It’s going to be really difficult leaving the island, but I think I’ll find it even more difficult to say goodbye to the friends I’ve made here. Some of my best memories from my time on Skomer have been with the people here, whether that be the movie nights we had in the library, the big potluck dinners we held at the farm or just the general fun and laughter whilst working together. I’ve enjoyed every second of working here and have them to thank for it!

It doesn’t have to be warm for al fresco dining at the farm!

Clutching my bag as I returned to the scene of The Incident

Hopefully this isn’t goodbye to the island, but more of a ‘see you later’… I’m sure I’ll be back to visit before long. So, until next time, thank you for having me Skomer, and I’ll see you soon!

Sunday 11 July 2021

Comings and goings

It's all change on the island this week. Yesterday, we farewelled our LTVs Becca and Samanta, whose three and a half months on Skomer seem to have flown by. When they arrived back in the beginning of April, two duvets, thermals and hot water bottles were the order of the day - by July they'd at least ditched the thermals, and even ventured a dip in the sea in their final days here! 

A final swim!

They've been invaluable members of the team and have got stuck into every aspect of island work - from species monitoring to vegetation management, from hostel cleaning to welcome talks. We are grateful for their enthusiasm and hard graft - be they covered in mud after Manx shearwater census work, slightly green from choppy seas, or beset by bracken allergies. Outside of work, we've also enjoyed film nights, some shockingly bad games of frisbee, and exceptional baked goods. They've each written a bit for the blog about their time on the island (read Becca's farewell post here | read Samanta's farewell post here), so we won't write much more here, other than to thank them for their work and company, and to wish them all the best for the future. Pob lwc!

Becca assisting with razorbill chick ringing

Samanta scything

Week 1: carpentry with Leighton

Muddy work fuelled by biscuits

We've also said a heartfelt goodbye and thank you to guillemot fieldworker Julie, who will soon return to Australia after eight years and seven seasons on Skomer. Over the years, Jules has shown incredible dedication to her work as well as enhancing the island experience for all those who shared it with her. The 'heart of the research kitchen', she'll be very much missed.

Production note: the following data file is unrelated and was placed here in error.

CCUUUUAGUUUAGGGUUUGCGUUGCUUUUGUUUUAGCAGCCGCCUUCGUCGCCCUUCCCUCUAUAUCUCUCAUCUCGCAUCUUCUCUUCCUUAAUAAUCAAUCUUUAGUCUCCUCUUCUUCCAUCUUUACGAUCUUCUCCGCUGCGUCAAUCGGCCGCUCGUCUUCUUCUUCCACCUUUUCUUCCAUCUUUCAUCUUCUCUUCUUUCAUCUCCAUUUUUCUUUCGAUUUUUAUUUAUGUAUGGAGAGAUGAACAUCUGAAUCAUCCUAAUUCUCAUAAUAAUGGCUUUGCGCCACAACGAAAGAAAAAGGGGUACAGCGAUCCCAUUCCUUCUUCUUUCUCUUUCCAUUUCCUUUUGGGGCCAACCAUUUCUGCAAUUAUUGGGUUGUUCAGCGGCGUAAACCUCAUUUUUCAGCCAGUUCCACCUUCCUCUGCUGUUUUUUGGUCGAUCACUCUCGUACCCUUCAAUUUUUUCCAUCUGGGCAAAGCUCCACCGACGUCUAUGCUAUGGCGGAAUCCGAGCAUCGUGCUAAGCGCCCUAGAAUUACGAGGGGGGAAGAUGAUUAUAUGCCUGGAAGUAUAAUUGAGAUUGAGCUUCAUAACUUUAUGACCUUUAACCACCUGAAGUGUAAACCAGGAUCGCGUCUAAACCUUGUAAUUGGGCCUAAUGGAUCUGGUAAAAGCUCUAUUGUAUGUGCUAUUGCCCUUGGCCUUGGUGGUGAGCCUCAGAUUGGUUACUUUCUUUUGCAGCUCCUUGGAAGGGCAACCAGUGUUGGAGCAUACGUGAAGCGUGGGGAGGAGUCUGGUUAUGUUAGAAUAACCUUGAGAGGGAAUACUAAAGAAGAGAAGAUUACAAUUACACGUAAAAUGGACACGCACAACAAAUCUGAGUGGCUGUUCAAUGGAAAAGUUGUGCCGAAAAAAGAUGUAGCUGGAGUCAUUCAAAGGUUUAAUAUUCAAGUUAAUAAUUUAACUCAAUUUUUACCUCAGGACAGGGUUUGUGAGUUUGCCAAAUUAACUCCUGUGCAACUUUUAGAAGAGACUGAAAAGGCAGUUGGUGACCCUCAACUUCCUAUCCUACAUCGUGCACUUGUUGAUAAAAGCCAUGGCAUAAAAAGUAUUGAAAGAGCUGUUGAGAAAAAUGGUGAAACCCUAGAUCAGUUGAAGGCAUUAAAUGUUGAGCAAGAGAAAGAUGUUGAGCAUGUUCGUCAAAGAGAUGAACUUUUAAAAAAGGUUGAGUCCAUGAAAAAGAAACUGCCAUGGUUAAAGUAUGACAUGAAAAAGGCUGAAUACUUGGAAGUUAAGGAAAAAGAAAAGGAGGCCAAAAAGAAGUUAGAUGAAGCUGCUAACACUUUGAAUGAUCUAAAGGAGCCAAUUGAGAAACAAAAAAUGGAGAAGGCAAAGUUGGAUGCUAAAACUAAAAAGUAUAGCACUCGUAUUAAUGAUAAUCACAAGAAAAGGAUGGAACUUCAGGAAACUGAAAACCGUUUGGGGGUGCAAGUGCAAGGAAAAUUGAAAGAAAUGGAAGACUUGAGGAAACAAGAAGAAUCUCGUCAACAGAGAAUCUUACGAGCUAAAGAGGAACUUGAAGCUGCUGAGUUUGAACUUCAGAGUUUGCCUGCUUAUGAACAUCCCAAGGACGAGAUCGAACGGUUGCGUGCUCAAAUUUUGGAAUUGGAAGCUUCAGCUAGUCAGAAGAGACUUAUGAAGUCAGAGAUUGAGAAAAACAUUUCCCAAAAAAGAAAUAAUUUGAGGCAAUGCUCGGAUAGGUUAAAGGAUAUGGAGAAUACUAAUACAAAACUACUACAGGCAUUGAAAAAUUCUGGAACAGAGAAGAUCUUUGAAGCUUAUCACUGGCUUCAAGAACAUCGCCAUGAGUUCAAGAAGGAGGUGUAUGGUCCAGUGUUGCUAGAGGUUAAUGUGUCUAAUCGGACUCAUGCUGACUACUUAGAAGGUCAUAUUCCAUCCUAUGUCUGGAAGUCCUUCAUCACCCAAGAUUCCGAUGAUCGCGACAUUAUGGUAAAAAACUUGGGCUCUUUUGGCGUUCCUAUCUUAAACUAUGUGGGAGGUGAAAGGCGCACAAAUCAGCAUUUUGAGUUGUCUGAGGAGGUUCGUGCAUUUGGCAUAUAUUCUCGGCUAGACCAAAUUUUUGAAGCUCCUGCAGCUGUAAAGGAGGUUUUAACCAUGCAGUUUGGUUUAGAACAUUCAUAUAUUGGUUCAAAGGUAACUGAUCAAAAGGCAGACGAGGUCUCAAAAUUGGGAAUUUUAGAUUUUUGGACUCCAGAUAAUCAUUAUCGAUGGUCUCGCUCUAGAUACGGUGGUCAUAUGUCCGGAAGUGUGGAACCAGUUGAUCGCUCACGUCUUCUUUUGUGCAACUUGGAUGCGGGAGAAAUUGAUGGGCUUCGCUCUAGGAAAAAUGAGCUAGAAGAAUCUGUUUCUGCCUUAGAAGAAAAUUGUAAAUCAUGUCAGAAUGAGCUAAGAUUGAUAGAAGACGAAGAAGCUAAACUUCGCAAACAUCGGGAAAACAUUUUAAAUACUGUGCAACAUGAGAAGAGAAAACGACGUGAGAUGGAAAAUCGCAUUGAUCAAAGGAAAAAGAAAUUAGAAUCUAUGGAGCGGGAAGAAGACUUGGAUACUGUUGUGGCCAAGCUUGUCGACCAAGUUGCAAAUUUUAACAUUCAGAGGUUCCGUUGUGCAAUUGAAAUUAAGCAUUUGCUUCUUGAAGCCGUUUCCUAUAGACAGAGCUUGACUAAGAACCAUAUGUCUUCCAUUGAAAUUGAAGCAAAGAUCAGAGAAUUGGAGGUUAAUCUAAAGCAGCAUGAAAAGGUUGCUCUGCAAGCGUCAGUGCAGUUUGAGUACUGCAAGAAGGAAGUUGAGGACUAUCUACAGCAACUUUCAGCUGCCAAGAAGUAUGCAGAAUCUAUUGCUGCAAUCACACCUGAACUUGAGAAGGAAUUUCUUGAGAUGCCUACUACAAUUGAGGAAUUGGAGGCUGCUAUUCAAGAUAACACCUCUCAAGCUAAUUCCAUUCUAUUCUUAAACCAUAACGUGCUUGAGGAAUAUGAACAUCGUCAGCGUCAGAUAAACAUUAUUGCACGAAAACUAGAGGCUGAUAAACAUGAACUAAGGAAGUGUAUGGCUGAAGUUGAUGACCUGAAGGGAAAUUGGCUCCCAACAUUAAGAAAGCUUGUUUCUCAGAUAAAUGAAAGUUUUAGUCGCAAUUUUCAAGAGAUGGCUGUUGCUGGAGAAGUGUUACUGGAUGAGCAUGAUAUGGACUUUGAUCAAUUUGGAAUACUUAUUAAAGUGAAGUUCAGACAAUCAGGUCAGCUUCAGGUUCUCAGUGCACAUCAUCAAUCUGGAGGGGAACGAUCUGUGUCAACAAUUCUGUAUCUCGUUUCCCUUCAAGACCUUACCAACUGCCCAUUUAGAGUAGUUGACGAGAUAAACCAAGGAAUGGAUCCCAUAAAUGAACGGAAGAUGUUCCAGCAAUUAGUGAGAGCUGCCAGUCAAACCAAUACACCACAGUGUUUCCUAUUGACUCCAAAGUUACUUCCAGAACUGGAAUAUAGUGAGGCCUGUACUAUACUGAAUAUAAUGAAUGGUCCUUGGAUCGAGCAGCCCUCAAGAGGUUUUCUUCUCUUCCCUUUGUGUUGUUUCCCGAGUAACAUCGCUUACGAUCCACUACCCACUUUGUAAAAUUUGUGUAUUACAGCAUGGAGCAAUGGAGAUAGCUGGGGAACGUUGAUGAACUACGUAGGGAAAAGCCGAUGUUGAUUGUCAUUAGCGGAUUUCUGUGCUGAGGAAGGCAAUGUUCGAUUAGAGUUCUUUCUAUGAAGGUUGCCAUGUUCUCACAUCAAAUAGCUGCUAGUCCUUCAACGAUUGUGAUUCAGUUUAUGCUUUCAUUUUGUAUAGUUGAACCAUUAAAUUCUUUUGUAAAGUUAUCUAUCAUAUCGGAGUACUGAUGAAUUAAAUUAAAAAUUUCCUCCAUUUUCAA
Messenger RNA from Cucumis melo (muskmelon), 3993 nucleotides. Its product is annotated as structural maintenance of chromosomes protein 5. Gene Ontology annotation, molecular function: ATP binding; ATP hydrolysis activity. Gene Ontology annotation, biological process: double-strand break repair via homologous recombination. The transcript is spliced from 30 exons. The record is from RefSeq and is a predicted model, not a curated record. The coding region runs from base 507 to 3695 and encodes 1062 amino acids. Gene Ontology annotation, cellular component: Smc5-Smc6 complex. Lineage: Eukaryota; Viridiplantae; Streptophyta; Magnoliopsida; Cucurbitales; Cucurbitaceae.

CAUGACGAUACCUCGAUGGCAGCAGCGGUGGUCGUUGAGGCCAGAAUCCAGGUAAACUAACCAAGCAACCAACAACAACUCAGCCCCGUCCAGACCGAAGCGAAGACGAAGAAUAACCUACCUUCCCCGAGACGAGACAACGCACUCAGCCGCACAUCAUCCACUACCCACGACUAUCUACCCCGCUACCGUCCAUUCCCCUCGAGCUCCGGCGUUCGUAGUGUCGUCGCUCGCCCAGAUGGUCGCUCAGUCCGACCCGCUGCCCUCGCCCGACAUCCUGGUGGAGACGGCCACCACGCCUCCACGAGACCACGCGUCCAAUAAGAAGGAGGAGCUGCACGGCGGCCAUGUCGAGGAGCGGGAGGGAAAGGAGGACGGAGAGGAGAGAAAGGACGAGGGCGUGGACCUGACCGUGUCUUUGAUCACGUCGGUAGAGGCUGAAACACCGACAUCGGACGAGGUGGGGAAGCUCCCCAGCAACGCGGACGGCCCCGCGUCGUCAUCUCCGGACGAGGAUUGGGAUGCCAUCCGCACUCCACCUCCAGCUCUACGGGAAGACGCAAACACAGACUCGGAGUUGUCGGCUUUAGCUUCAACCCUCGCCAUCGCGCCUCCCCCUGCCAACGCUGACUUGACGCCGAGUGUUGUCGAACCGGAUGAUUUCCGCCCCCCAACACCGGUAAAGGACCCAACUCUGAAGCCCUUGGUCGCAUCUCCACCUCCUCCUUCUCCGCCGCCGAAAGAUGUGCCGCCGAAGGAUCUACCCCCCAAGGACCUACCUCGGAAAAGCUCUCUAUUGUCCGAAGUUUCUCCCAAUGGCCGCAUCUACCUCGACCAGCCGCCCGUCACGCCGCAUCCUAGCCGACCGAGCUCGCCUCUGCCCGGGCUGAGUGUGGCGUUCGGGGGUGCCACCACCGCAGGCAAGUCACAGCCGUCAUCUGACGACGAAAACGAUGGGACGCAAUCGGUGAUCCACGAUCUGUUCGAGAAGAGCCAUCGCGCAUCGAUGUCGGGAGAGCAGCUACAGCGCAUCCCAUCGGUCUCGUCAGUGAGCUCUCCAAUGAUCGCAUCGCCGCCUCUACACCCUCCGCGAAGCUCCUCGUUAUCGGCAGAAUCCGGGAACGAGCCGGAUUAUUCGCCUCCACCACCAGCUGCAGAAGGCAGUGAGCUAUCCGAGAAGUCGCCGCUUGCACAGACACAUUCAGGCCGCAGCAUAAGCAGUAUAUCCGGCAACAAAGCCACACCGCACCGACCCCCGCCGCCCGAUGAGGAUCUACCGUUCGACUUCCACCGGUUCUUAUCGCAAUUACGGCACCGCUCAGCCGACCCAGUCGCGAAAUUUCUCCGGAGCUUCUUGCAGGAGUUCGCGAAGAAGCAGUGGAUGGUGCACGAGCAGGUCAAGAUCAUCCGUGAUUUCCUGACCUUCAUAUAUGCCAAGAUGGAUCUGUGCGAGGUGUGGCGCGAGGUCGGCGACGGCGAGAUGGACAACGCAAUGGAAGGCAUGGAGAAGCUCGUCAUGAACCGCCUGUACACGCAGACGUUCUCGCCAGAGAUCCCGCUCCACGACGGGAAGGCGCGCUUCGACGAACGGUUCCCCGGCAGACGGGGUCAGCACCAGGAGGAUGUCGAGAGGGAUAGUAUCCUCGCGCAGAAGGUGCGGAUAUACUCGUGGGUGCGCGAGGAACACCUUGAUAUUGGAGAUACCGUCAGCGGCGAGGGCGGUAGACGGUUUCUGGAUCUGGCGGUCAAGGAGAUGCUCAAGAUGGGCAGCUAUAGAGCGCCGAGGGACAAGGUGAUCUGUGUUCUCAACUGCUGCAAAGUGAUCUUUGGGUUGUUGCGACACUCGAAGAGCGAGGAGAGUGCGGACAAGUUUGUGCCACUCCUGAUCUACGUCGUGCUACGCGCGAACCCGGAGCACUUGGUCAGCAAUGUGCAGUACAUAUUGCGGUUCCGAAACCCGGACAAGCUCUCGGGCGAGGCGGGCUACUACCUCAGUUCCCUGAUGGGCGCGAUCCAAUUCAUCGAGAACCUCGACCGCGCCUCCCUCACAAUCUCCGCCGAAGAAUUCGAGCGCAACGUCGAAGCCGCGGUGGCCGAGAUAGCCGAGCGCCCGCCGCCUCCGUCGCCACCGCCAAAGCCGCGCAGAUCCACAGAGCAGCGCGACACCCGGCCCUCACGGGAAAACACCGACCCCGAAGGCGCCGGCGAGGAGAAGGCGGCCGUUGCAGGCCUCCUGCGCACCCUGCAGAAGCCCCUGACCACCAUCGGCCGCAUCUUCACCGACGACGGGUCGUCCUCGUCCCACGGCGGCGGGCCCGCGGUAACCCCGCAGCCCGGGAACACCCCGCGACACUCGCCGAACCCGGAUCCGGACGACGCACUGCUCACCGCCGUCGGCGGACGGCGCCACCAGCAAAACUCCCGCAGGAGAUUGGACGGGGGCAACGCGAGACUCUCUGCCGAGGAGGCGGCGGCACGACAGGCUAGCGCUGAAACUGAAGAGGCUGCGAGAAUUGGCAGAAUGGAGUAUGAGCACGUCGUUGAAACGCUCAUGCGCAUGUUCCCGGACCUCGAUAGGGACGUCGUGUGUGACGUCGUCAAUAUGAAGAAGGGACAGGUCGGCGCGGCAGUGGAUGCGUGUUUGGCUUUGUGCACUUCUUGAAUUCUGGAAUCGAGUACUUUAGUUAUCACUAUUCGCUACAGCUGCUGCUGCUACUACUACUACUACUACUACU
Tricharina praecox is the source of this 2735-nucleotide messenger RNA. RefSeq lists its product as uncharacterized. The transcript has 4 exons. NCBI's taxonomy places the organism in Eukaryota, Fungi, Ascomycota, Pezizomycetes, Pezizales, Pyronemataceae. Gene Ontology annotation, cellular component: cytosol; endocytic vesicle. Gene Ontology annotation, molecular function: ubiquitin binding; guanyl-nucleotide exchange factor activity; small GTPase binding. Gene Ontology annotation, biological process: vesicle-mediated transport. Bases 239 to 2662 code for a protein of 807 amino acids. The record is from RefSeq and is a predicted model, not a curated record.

Pudding al fresco

A boat trip spotting Manxies

Showing the ropes

It's not all goodbyes though - time for some hellos! We are excited to welcome Ed Betteridge to the team as a long-term volunteer (LTV) for the second half of the season. Ed might well be familiar to some of you - he's been visiting the island as a weekly volunteer since 2016, and volunteered for four weeks last year when it was closed to the public. In his first 24 hours, he's been covered in poo and vomit whilst ringing gulls, has cleaned toilets, carried bags, and delivered his first welcome talks in the pouring rain - all with a smile on his face. We'll hear more from Ed soon - watch this space. 

One slightly soggy LTV!

In the meantime, the guillemots and razorbills are also leaving Skomer, as the brave jumpling chicks take the leap into the sea. Kittiwakes will be here for a few weeks more though, filling the cliffs with their distinctive call. On the high grassy ledges at the tops of cliffs you might spot fulmars with chicks, who will soon be left alone for parts of the day by the adults - they are well-equipped for self-defense, as they will projectile vomit on anything that comes too near. Manxies and puffins are both on chicks (check out our burrow-cam footage of a Manx shearwater with its chick here). Sharp-eyed visitors in July might spot pufflings emerging from their burrows for a wing-flap and a look around. We're making the most of our seabirds whilst we can - sight, sound and smell... 

- Ceris, Assistant Warden

Can't make it to Skomer just now? - We'll be doing our best to bring the island to you, in a new series of #SkomerLIVE, running from the 19th-23rd July at 6pm each evening. Tune in here